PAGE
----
The hike from Lava Creek to Juno Saddle is definitely the technical crux of this route. It is brushy, steep, loose and I’d say dangerous. We started by heading up Lava Creek past the source spring. There is a large Tapeats abutment on the south side of the Lava Creek. We went just past the abutment and found an easy (though very brushy & steep) route up through the Tapeats. From there we continued up a bit and then descended into the main creek just below the junction of the 2 major arms of this drainage. We then turned up the (hiker) left drainage. Everyone says don’t miss this drainage, but it is obvious. The trouble begins after this point. You are not going all the way to the head of this drainage. Instead, at some point you will turn right and head up the slope out of the drainage, which is very steep, loose and overgrown. We turned out of the drainage at around 5200’, heading for the right side of an obvious tower (which turns out to be more of a fin). This was a lousy route, but I don’t know if there is a better one. About 100 vertical feet lower than where we left the drainage there is an obvious chute entering from the right. I would think that would be a better route, but since the route description we were following didn’t say “take the obvious chute at 5100 feet” we didn’t go that way. Anyway, we just kept thrashing our way up and eventually found ourselves on top of the Redwall and had an easier walk over to the saddle at 6012’. Descending Unkar was straightforward. At 4700’ there’s a cairn marking where you have to exit the drainage hiker left to bypass a dryfall. Going up the southwest arm of Unkar you will bypass a similar dryfall by climbing out of the drainage hiker left. The ascent up this arm of Unkar is straightforward with a lot of boulder hopping/scrambling but no route finding issues. The descent from the Redwall saddle into Vishnu is also obvious. Just head down (steep & loose!) into the drainage. After several hundred vertical feet you will encounter a huge dryfall, and you can scoot out right on Muav benches for a ways until you can find an extremely loose and annoying (SHARP rocks!) descent into the north arm of Vishnu. Just awful but mercifully short. From there we walked down Vishnu, through the lovely narrows to a nice campsite at a huge undercut just after the small, steep side drainage where you want to leave Vishnu for the next section. There was water at this spot, but it was relatively stagnant. Our Day 3 was about 12 miles, and we arrived at camp pretty early.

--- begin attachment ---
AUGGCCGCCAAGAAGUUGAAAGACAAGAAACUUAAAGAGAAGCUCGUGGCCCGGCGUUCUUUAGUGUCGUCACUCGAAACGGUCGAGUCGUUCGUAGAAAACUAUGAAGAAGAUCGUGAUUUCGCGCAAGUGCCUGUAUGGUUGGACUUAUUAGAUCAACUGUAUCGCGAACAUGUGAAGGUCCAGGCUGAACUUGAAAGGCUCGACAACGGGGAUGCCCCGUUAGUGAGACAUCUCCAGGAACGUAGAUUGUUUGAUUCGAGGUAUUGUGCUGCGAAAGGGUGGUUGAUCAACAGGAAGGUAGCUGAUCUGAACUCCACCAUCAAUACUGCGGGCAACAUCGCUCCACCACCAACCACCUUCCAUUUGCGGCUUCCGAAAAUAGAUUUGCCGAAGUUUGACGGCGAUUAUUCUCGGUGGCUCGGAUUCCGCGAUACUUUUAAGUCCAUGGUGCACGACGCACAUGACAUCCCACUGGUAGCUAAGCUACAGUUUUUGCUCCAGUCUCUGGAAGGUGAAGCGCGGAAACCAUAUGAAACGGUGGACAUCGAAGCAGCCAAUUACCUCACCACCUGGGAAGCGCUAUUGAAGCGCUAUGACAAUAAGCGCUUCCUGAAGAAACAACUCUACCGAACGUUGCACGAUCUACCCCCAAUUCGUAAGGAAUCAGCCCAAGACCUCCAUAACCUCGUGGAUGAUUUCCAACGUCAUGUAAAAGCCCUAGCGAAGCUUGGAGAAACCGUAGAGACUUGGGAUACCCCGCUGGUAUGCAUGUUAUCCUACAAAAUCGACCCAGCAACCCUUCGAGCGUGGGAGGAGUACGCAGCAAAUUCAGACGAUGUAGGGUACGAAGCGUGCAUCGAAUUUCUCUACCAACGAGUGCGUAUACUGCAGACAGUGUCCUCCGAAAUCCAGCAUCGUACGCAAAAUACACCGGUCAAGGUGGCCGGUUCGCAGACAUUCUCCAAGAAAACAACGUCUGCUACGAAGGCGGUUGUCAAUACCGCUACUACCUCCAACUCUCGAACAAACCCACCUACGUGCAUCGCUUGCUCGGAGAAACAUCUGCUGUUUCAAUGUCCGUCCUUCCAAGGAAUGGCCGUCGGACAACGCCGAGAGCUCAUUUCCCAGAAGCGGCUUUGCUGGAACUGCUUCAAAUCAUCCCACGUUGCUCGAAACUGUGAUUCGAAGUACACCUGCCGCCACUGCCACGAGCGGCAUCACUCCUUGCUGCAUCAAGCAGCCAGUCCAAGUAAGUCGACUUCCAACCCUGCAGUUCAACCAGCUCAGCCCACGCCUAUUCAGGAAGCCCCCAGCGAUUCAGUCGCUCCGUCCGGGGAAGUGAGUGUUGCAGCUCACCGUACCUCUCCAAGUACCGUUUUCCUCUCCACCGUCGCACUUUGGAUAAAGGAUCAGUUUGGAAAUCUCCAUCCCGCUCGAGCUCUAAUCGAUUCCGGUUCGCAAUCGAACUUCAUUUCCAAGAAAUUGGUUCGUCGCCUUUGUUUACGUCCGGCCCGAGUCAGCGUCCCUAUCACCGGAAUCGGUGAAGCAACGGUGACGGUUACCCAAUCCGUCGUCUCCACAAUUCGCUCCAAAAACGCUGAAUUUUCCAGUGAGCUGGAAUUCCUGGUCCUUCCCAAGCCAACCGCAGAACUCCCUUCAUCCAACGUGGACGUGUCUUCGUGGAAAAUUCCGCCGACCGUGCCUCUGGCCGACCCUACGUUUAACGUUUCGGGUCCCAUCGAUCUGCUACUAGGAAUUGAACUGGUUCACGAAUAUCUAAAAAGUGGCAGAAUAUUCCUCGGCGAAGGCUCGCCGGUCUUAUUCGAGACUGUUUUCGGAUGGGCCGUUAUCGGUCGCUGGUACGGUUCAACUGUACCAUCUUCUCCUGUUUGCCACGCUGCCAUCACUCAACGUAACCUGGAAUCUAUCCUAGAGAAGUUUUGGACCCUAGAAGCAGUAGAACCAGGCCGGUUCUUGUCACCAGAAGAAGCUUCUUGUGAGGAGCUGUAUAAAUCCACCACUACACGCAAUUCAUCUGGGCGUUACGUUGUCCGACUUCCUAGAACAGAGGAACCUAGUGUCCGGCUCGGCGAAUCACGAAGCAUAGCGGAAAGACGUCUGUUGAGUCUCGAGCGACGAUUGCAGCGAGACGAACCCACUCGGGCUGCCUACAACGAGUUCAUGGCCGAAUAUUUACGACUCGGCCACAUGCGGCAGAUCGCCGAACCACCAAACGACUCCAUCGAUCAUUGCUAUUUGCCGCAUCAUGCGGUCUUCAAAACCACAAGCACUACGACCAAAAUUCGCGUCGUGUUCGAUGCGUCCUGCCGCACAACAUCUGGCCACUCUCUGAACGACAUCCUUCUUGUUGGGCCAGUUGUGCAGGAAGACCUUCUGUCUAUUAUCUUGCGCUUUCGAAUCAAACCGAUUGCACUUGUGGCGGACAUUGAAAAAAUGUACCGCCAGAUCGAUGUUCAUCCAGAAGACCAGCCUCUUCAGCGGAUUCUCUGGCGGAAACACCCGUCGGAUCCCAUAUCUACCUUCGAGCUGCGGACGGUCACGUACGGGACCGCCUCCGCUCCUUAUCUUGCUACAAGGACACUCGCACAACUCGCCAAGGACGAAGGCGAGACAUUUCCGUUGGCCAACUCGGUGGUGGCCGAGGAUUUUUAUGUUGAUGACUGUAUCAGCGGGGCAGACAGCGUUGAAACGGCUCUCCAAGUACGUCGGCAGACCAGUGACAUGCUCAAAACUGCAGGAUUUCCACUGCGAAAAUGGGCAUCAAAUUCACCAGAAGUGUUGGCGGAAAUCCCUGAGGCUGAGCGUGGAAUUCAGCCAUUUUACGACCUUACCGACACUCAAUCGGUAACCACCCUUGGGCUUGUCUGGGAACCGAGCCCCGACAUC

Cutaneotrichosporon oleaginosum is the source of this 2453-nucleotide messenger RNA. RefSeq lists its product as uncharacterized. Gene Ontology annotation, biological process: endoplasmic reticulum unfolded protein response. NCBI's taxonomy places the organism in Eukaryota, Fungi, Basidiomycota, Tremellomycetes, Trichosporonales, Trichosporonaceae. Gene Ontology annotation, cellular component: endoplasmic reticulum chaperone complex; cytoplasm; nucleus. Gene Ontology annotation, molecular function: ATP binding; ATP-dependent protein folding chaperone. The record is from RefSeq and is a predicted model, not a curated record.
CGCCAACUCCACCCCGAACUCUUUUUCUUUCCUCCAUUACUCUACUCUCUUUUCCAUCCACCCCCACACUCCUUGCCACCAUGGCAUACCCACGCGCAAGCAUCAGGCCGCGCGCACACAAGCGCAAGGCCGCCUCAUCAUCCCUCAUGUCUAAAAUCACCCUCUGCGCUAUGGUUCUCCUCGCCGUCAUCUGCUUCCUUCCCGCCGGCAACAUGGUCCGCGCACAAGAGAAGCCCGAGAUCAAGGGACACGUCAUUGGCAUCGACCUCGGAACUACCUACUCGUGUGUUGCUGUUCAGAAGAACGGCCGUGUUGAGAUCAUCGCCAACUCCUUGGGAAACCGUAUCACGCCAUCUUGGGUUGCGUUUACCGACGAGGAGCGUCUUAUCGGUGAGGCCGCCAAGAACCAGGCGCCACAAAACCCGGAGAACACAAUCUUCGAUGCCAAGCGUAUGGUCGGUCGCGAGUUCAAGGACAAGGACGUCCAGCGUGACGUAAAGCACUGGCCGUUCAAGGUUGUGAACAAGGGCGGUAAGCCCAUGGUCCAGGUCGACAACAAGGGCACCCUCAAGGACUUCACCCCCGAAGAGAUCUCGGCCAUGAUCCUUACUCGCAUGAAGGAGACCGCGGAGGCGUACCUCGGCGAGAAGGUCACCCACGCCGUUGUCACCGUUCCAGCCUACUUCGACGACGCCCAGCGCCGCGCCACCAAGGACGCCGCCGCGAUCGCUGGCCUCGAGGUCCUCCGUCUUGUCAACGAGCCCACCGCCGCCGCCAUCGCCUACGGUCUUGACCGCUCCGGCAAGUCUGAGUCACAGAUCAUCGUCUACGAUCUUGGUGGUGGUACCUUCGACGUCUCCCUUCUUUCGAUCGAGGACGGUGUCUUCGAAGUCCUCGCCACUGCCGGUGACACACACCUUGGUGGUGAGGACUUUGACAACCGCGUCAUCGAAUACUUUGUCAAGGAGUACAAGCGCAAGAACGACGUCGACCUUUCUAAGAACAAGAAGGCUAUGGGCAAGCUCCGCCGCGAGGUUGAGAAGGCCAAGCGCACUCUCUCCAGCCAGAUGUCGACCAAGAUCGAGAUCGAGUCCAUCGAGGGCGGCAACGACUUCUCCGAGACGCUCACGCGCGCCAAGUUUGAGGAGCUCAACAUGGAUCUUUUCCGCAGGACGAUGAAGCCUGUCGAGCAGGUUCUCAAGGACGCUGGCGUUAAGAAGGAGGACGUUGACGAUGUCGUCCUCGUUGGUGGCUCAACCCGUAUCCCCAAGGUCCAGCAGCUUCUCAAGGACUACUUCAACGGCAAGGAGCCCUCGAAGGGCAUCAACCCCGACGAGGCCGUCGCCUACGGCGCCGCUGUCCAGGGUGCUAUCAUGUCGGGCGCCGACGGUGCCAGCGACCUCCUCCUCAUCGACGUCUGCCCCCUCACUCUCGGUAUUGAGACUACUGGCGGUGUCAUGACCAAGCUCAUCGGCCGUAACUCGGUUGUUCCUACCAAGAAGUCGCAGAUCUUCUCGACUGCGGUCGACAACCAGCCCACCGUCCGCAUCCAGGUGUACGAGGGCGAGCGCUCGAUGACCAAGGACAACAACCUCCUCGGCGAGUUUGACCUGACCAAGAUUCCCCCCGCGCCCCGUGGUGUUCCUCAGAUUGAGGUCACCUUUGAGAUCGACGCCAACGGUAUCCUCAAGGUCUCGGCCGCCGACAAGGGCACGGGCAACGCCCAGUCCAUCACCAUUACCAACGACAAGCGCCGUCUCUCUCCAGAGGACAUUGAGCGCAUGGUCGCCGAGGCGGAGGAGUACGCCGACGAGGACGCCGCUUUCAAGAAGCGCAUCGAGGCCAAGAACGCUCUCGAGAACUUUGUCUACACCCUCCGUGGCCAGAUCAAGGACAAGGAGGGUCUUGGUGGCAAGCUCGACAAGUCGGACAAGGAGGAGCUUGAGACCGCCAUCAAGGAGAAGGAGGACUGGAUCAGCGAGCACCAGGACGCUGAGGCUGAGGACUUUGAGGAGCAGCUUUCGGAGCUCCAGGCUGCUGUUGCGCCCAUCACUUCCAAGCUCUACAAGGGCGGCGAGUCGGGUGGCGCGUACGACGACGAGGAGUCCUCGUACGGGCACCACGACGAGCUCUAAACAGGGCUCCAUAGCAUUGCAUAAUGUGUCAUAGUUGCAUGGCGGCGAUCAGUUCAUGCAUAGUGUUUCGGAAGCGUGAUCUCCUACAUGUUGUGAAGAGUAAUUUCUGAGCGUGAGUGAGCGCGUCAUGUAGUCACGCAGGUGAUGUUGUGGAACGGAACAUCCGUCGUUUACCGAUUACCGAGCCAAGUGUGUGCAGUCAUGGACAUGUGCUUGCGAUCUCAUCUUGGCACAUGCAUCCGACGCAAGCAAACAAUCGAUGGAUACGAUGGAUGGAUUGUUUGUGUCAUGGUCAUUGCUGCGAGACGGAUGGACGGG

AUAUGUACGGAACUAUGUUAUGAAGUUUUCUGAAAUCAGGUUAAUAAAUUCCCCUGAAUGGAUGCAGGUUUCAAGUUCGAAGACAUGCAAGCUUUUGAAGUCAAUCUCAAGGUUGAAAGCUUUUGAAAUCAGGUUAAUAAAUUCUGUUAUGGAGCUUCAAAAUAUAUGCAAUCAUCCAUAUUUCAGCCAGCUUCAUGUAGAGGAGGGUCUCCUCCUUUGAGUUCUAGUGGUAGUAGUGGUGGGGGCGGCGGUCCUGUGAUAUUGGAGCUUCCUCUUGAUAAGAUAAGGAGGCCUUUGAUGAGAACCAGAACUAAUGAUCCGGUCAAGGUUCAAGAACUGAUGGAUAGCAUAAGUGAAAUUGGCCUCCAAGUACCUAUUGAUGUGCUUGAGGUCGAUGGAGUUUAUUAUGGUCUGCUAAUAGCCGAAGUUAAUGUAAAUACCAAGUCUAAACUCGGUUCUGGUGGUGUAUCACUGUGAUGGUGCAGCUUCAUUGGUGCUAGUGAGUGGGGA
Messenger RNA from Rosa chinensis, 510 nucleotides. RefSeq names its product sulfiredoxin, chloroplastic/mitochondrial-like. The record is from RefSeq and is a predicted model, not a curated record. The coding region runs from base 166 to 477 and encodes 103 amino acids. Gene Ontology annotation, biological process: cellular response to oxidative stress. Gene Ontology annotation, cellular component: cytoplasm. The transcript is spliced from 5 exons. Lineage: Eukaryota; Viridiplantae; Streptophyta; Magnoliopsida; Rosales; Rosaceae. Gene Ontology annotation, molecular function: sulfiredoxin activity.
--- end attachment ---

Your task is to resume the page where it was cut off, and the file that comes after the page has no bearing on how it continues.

We got up early anticipating a long last day. There was a little scramble leaving Vishnu via the side drainage just above the undercut camp spot. Following the drainage up, then aim to go pretty far left to get around the Muav layer. You can try to find a more direct route through, but probably like us you will just wish you had headed left in the first place. From above the Muav just angle right to an obvious break in the Redwall (which seems to be a fault) just north of Hall Butte. From the saddle you follow the top of the Redwall layer mostly north for quite a long way (2 miles?) There are vague signs of past use. The climb down through the Redwall from the saddle between Angels Gate and Wotans Throne is the steepest, most exposed climbing we encountered, but the rock is relatively solid. Continuing down the drainage toward the east arm of Clear Creek, you must leave the drainage (heading west) just above a huge dryfall in the Tapeats layer and after a short way find a use trail down into the drainage, where you will encounter running water. I think it may have taken us 6 hours to hike the 7 miles from Vishnu to Clear Creek CG. From there we just motored out, happy to be on excellent trails finally. Capping a ~23 mile day, we reached the South Kaibab TH at 7:30pm, just before headlamps would have been needed, and just in time for the last shuttle bus.